[Agile Guide] – Agile Business Intelligence – Why Agile Works with BI

As the need for business intelligence grows, companies need ways to make smarter decisions based on historical, current, and predictive data. Business intelligence (BI) isn’t just reporting. Better business intelligence is better decision-making. Sometimes called a decision support system (DSS), the way BI systems are built can have major impacts on the way a business moves and adjusts to demanding market conditions.

Sounds like serious business? Yes, it can be.

Sean McClowry tells us that it is about time for Agile BI to take the stage-front. Since Agile prides itself in collaboration, frequent releases, accommodating change, and relentlessly managing scope, it just makes sense that as BI becomes more important to businesses, an Agile approach should be the way to go.

“BI professionals have long been advocates of 90-day increments… However, incremental isn’t agile no matter how short the increments or how fast the iterations. The agile difference is in participation and interaction–not just building things quickly, but building the right things quickly. The participative model of agile brings with it the promise of breaking away from the “just another report” syndrome that plagues virtually every BI team.” – Sean McClowry

So how does Agile BI work?

  1. Iterative, Incremental, Evolutionary – We build the system in small increments or “chunks” of user-valued functionality. And we evolve the working system by adapting to frequent user feedback.
  2. Feature Driven Development – What users of BI systems care about is the presentation of, and access to information that either helps them solve a business problem or make better business decisions. Every iteration must produce at least one new user-valued feature.
  3. Production Quality – Integrate testing and QA early and continuously into the development process.
  4. Barely Sufficient Processes – Traditional styles of BI development are rife with a high degree of ceremony. Agile BI emphasizes a sufficient amount of ceremony to meet the practical needs of the project (and future generations) but nothing more.
  5. Automation – The only way to be truly agile is to automate as many routine processes as possible. Agile BI teams seek to automate any process that is done more than once. The more you can automate, the more you can focus on developing user features.
  6. Collaboration –Agile business intelligence acknowledges that there is a broader project community that shares responsibility for project success. Frequent collaboration between the technical and user communities is critical to success.
  7. Self-Organizing Teams – The agile project manager’s role is to enable the team to work their magic; and to facilitate a high degree of collaboration with users and other members of the project community.

“I have found agile framework especially useful in the BI context where development (enhancements to BI landscape) and support (sustenance of the existing BI infrastructure) happens concurrently.”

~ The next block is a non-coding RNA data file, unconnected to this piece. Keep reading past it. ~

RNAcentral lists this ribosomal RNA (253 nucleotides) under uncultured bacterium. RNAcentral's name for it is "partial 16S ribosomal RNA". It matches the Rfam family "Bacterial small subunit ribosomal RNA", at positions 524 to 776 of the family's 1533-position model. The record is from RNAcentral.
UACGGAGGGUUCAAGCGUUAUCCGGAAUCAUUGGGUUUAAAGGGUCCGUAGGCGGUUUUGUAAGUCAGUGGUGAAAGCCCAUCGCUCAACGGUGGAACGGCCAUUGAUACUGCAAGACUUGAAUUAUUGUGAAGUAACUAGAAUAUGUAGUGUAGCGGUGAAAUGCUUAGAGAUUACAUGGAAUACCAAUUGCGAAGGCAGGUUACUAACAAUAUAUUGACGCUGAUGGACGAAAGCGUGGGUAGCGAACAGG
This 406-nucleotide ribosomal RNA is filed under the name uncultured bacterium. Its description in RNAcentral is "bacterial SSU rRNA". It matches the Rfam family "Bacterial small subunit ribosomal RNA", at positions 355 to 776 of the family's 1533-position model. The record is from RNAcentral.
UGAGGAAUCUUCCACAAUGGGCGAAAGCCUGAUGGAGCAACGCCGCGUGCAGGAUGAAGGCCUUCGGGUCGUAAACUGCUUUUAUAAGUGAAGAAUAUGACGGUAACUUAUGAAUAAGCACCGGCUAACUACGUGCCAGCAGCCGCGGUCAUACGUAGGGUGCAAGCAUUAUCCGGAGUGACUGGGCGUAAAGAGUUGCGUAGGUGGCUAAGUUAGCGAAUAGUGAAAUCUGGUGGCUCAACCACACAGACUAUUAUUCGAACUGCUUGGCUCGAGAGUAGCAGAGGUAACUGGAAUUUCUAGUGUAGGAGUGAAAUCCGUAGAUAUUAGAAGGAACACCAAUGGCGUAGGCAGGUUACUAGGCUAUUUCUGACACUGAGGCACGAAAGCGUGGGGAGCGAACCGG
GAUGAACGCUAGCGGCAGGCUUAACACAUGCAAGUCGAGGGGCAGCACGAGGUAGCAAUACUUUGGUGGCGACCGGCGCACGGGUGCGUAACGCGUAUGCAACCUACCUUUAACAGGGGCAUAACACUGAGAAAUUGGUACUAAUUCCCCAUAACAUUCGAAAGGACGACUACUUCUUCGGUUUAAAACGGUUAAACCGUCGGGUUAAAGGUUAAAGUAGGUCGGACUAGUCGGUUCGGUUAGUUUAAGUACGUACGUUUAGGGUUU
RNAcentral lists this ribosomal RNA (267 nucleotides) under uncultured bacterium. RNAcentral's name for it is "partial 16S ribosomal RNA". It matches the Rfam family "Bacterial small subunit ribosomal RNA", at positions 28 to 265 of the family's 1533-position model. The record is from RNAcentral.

Some great points here. Business intelligence is moving at a rapid pace and Agile can help with this.

“Non-Agile BI platforms and applications will be increasingly challenged to keep pace with a world moving at lightning speed.”

[HT: SmartDataCollective]

4 Replies to “[Agile Guide] – Agile Business Intelligence – Why Agile Works with BI”

  1. Great points here. We at ModCloth.com have been using Agile practices in our BI team, with limited success in the beginning and greater success lately.

    We have realized many of the benefits listed here. The biggest benefit for the team has been clarity around priorities and a manageable workload. We’ve eliminated requests going to an individual and that person feeling responsible for completing it ASAP. Now, we have a backlog that is cultivated by the team lead weekly, and stress levels are back at a normal level.

    We’re still struggling through defining a minimum viable product and getting people comfortable with the “barely sufficient processes” section, but I think we’ll get there.

    I highly encourage other teams considering implementing Agile practices to go for it.

    1. Thanks so much for sharing! Looks like you guys are really taking on some of the Agile principles that bring value to your particular team! Thank goodness for backlog management!

      In regards to your minimum viable product, you could go through a Story Mapping Process and Value Stream Map process for your product owners to go through. Having your PO’s sit together and simply ask the question: “What is the 1 (one) feature that you absolutely need” is a great place to start.

  2. Pingback: Computics - L’ABCs du BI agile

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